- Associated Press - Monday, December 15, 2014

SPRINGFIELD, Ill. (AP) - By gaining access to and influence with the director of the Illinois Department of Public Health, a Chicago couple stole more than $3 million in taxpayer money that was intended for AIDS awareness and other pressing health campaigns, and instead bought Mercedes Benzes and helped pay their son’s mortgage, a prosecutor told a federal criminal jury Monday.

Leon Dingle Jr., 77, and his wife, Karin, 75, converted $3.4 million into personal use as part of a conspiracy in which six people pocketed, “conservatively,” $5 million out of $11 million in state public health grant funds from 2004 to 2010, assistant U.S. Attorney Timothy Bass said in his closing argument.

“What a country!” Bass exclaimed. “You say you’re going to do a public good, you control money, you write checks and you make yourselves millionaires 3½ times over.”

The Dingles are charged with conspiracy, mail fraud, and money laundering in a Justice Department investigation that has prompted guilty pleas from four other conspirators. They include Quinshaunta Golden, the former Department of Public Health chief of staff to Dr. Eric Whitaker, director of the agency from 2003 to 2007 who is a close friend of President Barack Obama.

The defense has argued during the seven-week trial that the Dingles played by the rules and worked hard for the money they got. Attorneys for the couple will present closing arguments Tuesday before the case goes to the jury.

Whitaker is not accused of wrongdoing, but his possible involvement in the trial gained l attention last week when the golfing buddy of the Democratic president testified outside the presence of the jury in the government’s request to use “hostile” or leading questions if called to the stand; he was not.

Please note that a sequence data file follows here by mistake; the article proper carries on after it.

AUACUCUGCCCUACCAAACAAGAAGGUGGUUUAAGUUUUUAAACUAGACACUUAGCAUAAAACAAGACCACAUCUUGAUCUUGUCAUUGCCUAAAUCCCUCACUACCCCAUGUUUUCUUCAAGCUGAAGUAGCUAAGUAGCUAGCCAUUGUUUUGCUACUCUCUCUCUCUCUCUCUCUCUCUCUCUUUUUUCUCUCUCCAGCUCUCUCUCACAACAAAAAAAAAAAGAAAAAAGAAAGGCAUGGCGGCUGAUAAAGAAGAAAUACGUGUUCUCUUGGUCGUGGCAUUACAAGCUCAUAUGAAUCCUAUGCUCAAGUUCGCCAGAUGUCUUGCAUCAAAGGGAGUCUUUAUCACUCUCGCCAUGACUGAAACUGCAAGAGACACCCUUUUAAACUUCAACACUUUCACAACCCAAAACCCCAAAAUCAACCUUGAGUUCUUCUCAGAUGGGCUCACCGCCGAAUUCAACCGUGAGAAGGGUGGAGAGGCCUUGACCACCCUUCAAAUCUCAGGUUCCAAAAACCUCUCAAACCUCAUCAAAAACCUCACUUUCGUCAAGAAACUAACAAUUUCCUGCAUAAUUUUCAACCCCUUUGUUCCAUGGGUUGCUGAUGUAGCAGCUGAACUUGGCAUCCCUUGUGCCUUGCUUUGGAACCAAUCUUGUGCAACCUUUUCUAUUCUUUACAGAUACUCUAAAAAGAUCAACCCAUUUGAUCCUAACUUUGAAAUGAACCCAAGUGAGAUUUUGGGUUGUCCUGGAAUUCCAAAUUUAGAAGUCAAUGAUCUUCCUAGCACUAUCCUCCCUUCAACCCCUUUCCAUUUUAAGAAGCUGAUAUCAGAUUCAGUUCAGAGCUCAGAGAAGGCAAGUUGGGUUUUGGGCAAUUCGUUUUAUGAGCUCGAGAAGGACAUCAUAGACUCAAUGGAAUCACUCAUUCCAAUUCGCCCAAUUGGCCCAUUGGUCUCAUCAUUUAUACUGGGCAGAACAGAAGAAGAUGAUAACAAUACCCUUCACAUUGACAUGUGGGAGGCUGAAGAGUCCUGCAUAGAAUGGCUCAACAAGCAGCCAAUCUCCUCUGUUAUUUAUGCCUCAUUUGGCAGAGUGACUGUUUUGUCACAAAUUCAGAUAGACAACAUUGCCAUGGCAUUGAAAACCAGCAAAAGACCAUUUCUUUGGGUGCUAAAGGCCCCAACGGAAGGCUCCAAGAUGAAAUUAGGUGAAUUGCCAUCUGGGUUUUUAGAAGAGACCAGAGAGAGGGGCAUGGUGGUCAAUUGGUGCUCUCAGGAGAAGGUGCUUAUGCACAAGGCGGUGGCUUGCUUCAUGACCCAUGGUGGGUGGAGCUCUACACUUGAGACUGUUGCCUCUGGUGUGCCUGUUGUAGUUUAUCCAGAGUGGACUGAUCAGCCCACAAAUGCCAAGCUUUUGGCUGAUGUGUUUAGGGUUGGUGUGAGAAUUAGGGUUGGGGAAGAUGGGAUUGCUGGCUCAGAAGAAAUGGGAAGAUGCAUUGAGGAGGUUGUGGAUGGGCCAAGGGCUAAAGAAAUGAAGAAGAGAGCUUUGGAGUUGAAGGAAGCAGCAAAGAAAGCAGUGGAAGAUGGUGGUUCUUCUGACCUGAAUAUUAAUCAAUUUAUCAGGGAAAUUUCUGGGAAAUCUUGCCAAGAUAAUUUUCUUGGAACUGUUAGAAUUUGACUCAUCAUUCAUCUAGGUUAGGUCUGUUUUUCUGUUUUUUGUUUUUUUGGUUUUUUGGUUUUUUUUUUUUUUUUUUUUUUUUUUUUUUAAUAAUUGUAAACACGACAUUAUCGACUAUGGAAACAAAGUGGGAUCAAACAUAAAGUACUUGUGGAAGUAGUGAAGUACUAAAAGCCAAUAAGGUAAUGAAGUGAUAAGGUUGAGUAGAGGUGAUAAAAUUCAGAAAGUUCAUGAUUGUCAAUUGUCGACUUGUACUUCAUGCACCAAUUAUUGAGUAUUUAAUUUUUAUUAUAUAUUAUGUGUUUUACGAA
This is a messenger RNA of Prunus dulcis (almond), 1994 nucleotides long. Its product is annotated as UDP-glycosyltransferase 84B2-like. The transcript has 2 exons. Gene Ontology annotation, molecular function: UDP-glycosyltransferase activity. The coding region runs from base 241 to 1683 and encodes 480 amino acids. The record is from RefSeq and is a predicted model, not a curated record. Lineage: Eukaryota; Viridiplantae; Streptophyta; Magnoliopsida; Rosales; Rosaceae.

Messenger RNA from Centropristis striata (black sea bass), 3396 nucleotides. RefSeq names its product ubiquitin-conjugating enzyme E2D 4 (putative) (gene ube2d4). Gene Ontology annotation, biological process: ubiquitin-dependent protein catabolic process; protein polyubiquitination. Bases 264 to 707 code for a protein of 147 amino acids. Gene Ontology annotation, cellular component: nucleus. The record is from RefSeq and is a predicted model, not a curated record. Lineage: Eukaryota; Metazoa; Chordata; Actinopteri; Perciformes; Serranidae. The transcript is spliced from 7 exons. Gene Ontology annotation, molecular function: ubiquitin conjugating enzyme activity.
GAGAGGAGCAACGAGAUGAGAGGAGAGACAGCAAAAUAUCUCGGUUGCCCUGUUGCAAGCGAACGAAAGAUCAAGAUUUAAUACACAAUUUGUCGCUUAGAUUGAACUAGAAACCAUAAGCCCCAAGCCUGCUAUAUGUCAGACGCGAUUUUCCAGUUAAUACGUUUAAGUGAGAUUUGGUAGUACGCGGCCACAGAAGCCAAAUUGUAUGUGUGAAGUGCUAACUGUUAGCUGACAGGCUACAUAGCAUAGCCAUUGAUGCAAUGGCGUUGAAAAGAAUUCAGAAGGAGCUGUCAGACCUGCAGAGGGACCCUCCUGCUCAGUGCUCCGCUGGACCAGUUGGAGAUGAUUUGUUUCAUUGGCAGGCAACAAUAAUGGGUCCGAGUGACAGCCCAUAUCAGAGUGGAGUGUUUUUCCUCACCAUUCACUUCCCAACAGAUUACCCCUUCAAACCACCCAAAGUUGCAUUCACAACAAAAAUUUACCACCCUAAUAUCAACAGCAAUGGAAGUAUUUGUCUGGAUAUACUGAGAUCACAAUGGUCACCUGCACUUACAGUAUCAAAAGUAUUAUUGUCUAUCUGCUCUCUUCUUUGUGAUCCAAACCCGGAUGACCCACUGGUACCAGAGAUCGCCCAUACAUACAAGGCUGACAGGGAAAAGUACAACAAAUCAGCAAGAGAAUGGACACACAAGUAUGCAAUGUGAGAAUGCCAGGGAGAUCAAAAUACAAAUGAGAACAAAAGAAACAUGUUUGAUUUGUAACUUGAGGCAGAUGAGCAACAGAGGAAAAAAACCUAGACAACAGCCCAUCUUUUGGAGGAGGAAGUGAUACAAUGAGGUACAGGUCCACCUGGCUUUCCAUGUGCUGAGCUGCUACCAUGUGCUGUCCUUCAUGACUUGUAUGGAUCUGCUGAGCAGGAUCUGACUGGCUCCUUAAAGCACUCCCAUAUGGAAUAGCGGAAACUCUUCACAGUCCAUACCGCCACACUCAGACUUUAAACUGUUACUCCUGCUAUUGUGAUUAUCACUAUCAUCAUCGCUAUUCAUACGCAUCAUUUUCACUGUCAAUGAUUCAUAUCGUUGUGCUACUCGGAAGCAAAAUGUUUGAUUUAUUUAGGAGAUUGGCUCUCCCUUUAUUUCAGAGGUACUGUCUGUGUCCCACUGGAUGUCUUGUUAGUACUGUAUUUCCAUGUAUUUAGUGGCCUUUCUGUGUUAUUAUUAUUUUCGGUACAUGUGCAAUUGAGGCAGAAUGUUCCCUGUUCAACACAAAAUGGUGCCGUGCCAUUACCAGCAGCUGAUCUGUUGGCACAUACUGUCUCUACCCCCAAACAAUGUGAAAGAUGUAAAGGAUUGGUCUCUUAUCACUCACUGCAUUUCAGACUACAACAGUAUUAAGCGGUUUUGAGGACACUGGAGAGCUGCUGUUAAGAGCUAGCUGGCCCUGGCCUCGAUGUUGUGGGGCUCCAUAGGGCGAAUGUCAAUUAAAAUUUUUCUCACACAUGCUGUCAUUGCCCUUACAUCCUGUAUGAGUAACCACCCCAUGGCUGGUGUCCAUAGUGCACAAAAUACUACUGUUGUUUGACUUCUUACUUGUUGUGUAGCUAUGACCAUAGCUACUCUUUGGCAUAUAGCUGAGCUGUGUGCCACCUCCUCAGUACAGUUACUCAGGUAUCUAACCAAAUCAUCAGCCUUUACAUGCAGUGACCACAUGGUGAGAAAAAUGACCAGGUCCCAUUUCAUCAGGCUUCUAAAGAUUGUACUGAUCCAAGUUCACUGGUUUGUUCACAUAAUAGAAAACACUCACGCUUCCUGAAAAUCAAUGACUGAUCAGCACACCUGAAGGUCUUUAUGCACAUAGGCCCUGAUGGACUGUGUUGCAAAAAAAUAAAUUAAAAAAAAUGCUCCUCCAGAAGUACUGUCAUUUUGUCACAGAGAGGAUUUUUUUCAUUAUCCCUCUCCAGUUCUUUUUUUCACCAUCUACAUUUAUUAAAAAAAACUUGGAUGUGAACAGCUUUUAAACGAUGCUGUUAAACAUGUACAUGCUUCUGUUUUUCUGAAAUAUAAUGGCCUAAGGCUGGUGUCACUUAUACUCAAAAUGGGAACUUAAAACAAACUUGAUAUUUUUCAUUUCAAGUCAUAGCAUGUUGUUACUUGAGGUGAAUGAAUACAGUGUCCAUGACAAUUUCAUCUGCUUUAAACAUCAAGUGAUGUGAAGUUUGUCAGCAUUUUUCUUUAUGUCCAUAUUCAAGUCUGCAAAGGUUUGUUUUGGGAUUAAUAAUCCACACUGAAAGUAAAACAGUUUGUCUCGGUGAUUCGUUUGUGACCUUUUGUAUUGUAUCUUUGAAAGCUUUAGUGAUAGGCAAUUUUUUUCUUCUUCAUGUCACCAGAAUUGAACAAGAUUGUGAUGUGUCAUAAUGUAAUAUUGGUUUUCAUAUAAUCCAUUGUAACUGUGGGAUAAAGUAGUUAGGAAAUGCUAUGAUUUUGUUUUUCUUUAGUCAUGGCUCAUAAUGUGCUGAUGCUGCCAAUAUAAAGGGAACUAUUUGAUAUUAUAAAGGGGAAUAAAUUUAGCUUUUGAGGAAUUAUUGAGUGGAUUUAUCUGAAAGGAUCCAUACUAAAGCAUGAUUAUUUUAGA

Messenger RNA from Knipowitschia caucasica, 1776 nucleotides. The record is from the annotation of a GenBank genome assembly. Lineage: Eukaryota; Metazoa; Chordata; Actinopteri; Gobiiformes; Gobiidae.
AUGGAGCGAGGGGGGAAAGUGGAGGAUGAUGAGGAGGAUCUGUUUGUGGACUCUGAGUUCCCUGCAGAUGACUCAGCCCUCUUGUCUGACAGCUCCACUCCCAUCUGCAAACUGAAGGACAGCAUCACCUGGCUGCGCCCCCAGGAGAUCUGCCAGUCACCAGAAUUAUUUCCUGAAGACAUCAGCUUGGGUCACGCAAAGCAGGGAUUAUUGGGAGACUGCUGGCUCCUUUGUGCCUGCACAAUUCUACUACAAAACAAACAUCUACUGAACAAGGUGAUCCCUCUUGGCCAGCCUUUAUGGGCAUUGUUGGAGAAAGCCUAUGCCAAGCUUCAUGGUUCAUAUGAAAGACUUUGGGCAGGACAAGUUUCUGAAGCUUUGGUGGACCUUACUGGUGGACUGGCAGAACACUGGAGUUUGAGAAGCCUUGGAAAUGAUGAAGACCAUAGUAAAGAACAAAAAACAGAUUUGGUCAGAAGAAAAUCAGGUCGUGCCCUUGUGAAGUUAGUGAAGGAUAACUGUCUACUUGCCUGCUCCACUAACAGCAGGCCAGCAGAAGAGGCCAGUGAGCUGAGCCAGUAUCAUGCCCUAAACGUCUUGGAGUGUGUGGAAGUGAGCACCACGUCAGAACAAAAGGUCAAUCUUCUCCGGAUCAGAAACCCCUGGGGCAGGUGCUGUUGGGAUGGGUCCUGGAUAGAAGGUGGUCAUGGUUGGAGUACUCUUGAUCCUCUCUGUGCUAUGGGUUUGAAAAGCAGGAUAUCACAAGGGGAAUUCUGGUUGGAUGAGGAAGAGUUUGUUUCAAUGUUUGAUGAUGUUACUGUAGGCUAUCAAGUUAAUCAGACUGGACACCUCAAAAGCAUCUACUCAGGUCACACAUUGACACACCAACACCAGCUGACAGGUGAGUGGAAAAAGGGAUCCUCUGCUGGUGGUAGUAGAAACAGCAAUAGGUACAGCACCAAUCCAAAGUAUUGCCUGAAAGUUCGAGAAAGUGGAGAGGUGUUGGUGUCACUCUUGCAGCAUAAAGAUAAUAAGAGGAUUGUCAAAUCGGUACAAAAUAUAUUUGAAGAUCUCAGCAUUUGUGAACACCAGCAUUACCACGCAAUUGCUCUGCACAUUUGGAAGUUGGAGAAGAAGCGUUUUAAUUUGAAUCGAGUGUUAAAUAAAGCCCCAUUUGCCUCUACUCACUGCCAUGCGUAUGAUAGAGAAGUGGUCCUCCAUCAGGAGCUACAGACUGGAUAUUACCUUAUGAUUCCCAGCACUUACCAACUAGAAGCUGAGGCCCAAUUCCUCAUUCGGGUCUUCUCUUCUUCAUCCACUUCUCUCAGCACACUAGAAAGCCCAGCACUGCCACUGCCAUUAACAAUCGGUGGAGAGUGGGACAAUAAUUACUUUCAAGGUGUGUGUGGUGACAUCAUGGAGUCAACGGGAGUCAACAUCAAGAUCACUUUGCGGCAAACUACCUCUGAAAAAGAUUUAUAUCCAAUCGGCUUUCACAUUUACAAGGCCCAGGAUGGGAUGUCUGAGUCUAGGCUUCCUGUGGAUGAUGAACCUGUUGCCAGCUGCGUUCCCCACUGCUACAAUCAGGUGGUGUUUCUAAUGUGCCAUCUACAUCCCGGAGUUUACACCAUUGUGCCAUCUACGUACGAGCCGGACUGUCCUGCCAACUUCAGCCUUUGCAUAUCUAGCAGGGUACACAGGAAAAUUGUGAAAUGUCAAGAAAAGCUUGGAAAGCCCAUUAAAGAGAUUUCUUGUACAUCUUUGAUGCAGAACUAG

Whitaker, who is black, accused the U.S. attorney’s office for the central district of Illinois of racial bias because many of the defendants snared in its public corruption probes are black. U.S. Attorney General Eric Holder, a Whitaker friend who is also black, told the Chicago Sun-Times he’s not intimately familiar with the Dingle case, but believes his Springfield-based attorneys can be fair.

Whitaker played prominently in Bass’ closing. Whitaker stressed the “access, influence and personal relationships” Leon Dingle allegedly cultivated during the scheme. He used grant money to donate to an organization that was giving Whitaker an award and he used taxpayer money when he paid for a $1,700 Las Vegas dinner that Whitaker attended.

Bass reminded the jury of evidence he said showed the Dingles used tax dollars to pay for two Mercedes Benzes, $300,000 in certificates of deposit and a $97,000 payment on their son’s mortgage. The indictment also mentions yacht-club memberships in Chicago and South Carolina and vacation-home restorations in Savannah, Georgia, and Hilton Head, South Carolina.

Two other defendants - Jacquelyn Kilpatrick and Edmond Clemons - pleaded guilty in October to filing false income tax returns. Kilpatrick also pleaded guilty to mail fraud. They are scheduled to be sentenced Feb. 12.

Golden, who steered millions of dollars to Dingle, pleaded guilty in April to bribery and theft, mail fraud and obstruction of justice. She conspired in the scheme with former public health human resources director Roxanne Jackson. Jackson will be sentenced in January on her September guilty plea for bribery and theft.

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Contact John O’Connor at https://twitter.com/apoconnor


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